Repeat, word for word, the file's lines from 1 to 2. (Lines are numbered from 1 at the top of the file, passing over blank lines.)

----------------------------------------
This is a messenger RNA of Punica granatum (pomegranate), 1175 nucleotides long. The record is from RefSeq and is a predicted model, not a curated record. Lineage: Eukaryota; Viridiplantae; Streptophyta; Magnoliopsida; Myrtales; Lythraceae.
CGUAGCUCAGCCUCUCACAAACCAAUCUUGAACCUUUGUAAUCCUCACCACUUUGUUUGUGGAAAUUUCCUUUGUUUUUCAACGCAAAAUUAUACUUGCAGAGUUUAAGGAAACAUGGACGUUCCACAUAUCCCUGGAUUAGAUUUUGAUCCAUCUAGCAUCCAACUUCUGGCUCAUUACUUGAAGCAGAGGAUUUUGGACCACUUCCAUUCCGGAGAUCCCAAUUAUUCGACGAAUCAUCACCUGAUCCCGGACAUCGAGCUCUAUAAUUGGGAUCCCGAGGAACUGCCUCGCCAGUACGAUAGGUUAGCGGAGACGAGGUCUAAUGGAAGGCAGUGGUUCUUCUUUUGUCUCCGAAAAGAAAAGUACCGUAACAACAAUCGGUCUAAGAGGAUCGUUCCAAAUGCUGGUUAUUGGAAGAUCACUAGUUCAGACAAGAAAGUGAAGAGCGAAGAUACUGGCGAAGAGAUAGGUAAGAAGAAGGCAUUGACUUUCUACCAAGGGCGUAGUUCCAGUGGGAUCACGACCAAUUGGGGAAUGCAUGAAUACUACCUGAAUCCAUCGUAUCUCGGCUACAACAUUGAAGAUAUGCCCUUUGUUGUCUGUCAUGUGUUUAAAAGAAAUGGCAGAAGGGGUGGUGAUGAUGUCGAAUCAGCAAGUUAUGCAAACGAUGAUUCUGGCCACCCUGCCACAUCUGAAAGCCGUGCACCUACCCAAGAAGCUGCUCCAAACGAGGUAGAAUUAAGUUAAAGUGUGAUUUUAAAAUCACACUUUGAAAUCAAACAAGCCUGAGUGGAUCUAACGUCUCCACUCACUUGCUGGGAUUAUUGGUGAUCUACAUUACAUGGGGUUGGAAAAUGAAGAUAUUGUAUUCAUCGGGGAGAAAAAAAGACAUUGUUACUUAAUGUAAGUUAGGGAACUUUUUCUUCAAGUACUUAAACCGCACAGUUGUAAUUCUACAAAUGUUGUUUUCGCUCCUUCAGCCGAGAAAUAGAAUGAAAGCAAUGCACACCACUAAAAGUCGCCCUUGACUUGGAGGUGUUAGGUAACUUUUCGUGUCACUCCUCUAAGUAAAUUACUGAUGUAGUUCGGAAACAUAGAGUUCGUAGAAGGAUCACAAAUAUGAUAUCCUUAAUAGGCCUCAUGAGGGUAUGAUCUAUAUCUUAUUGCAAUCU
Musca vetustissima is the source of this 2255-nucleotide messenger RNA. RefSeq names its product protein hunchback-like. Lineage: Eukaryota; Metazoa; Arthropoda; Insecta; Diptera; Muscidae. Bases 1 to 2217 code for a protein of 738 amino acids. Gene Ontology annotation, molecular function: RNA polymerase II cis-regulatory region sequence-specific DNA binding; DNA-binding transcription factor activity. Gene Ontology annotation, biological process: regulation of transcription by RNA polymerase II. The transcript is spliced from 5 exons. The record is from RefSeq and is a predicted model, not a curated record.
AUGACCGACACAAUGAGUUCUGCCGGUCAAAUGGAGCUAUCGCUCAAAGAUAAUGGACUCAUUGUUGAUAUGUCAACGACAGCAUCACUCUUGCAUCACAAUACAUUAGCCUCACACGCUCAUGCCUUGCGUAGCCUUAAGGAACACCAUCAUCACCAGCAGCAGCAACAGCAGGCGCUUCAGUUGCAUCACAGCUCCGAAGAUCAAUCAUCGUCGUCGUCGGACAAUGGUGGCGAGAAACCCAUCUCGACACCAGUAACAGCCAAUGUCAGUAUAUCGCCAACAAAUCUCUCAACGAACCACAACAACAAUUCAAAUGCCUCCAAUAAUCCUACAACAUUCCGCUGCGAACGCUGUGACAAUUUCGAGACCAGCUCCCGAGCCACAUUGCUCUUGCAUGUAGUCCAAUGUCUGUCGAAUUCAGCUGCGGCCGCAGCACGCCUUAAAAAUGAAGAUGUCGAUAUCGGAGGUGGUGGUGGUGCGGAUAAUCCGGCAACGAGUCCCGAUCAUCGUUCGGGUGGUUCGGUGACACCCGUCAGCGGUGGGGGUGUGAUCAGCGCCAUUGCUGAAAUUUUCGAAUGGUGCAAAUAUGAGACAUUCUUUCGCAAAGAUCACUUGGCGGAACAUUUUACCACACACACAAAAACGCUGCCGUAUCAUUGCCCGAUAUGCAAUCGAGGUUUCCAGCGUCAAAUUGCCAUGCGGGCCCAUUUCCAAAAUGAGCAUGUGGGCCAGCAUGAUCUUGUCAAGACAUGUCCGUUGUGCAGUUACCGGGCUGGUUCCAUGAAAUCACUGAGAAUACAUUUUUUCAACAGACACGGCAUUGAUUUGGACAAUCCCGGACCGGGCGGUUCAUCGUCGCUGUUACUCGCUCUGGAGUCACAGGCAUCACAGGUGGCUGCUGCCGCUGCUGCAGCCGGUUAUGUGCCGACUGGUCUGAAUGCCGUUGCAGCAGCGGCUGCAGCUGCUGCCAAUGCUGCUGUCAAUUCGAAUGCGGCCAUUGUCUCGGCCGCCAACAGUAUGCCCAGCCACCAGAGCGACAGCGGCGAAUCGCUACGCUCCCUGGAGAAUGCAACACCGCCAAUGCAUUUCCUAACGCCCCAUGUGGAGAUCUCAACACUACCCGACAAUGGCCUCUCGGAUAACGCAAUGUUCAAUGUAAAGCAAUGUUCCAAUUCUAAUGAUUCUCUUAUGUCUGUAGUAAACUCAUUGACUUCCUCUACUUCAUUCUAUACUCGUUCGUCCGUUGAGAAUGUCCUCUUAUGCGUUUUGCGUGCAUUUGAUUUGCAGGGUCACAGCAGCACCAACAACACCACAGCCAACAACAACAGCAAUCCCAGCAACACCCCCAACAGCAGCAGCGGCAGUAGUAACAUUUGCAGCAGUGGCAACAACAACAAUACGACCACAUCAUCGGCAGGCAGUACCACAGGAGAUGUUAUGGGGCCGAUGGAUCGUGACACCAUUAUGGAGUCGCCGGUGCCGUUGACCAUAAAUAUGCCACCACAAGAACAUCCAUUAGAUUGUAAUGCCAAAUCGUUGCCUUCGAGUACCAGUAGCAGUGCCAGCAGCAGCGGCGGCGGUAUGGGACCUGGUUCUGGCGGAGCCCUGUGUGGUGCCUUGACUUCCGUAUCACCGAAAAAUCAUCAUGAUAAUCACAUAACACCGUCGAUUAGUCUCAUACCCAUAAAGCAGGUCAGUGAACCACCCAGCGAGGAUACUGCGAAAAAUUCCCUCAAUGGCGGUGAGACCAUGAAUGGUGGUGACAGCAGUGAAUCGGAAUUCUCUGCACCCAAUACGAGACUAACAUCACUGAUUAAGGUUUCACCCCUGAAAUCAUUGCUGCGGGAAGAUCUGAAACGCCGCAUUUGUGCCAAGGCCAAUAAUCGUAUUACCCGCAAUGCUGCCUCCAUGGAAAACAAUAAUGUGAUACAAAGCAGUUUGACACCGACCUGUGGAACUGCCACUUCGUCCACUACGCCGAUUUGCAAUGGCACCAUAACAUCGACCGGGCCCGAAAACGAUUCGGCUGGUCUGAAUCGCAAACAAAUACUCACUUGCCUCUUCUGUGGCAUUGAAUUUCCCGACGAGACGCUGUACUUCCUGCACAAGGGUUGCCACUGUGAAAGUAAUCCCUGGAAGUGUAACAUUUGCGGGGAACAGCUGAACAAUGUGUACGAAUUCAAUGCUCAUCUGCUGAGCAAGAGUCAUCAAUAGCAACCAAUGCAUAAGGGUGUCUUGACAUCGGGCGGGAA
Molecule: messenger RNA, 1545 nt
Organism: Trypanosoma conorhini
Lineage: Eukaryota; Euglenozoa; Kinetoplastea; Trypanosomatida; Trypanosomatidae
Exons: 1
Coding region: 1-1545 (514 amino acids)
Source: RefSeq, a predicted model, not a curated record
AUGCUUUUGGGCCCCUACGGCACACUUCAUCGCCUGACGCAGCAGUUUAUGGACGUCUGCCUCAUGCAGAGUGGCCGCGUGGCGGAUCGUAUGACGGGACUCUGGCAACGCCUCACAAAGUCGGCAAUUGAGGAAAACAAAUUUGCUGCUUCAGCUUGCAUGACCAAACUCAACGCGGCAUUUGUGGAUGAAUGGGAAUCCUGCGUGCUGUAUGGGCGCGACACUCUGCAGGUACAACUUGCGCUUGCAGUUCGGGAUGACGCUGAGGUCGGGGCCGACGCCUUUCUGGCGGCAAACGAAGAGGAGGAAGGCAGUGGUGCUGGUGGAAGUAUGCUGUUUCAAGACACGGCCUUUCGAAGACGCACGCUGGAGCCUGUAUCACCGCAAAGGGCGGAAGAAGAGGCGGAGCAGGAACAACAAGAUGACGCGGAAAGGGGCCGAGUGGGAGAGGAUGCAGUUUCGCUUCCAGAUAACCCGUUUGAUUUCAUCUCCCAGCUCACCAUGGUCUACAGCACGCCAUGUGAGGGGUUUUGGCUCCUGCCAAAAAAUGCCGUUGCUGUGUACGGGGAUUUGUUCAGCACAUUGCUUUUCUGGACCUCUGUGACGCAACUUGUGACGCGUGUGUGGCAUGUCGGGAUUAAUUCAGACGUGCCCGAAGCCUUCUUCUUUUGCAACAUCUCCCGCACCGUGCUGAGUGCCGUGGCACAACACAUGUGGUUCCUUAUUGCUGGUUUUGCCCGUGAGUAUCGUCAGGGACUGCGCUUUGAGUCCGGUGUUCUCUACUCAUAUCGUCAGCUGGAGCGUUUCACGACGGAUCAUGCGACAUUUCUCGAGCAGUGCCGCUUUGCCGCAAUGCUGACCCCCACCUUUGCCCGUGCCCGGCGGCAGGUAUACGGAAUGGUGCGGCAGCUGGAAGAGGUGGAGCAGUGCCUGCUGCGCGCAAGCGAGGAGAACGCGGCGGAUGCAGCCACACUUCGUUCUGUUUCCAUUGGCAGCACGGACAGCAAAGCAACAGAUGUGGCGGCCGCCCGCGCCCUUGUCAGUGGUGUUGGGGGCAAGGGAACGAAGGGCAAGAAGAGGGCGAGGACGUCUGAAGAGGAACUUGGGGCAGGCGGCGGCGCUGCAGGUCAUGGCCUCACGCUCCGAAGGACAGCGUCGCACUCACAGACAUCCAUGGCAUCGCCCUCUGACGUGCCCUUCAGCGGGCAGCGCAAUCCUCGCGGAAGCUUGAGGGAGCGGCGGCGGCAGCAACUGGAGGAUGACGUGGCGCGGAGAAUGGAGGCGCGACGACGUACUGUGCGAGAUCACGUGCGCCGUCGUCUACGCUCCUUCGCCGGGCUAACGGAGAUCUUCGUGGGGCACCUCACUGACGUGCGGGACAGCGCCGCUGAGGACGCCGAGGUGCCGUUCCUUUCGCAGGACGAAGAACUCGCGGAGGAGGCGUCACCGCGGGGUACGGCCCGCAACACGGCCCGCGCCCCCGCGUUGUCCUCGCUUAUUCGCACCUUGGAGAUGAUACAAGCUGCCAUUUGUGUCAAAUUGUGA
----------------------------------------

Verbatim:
This is a messenger RNA of Punica granatum (pomegranate), 1175 nucleotides long. The record is from RefSeq and is a predicted model, not a curated record. Lineage: Eukaryota; Viridiplantae; Streptophyta; Magnoliopsida; Myrtales; Lythraceae.
CGUAGCUCAGCCUCUCACAAACCAAUCUUGAACCUUUGUAAUCCUCACCACUUUGUUUGUGGAAAUUUCCUUUGUUUUUCAACGCAAAAUUAUACUUGCAGAGUUUAAGGAAACAUGGACGUUCCACAUAUCCCUGGAUUAGAUUUUGAUCCAUCUAGCAUCCAACUUCUGGCUCAUUACUUGAAGCAGAGGAUUUUGGACCACUUCCAUUCCGGAGAUCCCAAUUAUUCGACGAAUCAUCACCUGAUCCCGGACAUCGAGCUCUAUAAUUGGGAUCCCGAGGAACUGCCUCGCCAGUACGAUAGGUUAGCGGAGACGAGGUCUAAUGGAAGGCAGUGGUUCUUCUUUUGUCUCCGAAAAGAAAAGUACCGUAACAACAAUCGGUCUAAGAGGAUCGUUCCAAAUGCUGGUUAUUGGAAGAUCACUAGUUCAGACAAGAAAGUGAAGAGCGAAGAUACUGGCGAAGAGAUAGGUAAGAAGAAGGCAUUGACUUUCUACCAAGGGCGUAGUUCCAGUGGGAUCACGACCAAUUGGGGAAUGCAUGAAUACUACCUGAAUCCAUCGUAUCUCGGCUACAACAUUGAAGAUAUGCCCUUUGUUGUCUGUCAUGUGUUUAAAAGAAAUGGCAGAAGGGGUGGUGAUGAUGUCGAAUCAGCAAGUUAUGCAAACGAUGAUUCUGGCCACCCUGCCACAUCUGAAAGCCGUGCACCUACCCAAGAAGCUGCUCCAAACGAGGUAGAAUUAAGUUAAAGUGUGAUUUUAAAAUCACACUUUGAAAUCAAACAAGCCUGAGUGGAUCUAACGUCUCCACUCACUUGCUGGGAUUAUUGGUGAUCUACAUUACAUGGGGUUGGAAAAUGAAGAUAUUGUAUUCAUCGGGGAGAAAAAAAGACAUUGUUACUUAAUGUAAGUUAGGGAACUUUUUCUUCAAGUACUUAAACCGCACAGUUGUAAUUCUACAAAUGUUGUUUUCGCUCCUUCAGCCGAGAAAUAGAAUGAAAGCAAUGCACACCACUAAAAGUCGCCCUUGACUUGGAGGUGUUAGGUAACUUUUCGUGUCACUCCUCUAAGUAAAUUACUGAUGUAGUUCGGAAACAUAGAGUUCGUAGAAGGAUCACAAAUAUGAUAUCCUUAAUAGGCCUCAUGAGGGUAUGAUCUAUAUCUUAUUGCAAUCU